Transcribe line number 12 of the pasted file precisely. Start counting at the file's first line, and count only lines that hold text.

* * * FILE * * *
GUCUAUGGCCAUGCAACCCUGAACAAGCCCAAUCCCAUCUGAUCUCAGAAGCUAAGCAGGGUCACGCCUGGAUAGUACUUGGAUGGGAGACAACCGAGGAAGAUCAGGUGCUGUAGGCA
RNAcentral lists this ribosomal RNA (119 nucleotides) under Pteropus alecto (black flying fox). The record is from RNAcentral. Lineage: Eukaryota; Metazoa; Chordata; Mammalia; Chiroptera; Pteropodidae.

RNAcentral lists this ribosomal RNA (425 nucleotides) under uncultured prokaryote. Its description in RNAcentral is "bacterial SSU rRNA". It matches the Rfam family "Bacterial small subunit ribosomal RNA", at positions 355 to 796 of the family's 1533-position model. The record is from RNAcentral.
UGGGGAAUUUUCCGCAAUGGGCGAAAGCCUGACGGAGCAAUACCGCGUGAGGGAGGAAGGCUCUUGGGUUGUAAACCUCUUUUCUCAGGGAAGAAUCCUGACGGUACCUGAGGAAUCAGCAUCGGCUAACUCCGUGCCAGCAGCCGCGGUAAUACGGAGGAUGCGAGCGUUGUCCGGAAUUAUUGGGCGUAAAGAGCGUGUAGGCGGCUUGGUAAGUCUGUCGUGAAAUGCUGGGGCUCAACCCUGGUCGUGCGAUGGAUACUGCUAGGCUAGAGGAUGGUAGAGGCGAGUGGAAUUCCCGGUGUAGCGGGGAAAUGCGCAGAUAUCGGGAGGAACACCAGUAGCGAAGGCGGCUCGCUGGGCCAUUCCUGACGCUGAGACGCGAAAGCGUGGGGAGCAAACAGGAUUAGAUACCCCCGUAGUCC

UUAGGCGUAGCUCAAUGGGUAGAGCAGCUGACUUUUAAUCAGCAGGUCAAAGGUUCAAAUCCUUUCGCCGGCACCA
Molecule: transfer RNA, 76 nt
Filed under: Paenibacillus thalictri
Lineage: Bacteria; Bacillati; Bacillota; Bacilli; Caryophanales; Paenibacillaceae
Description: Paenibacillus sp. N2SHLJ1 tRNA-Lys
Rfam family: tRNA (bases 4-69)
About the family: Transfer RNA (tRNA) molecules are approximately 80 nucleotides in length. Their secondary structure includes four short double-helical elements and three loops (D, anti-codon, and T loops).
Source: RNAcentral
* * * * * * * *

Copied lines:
Source: RNAcentral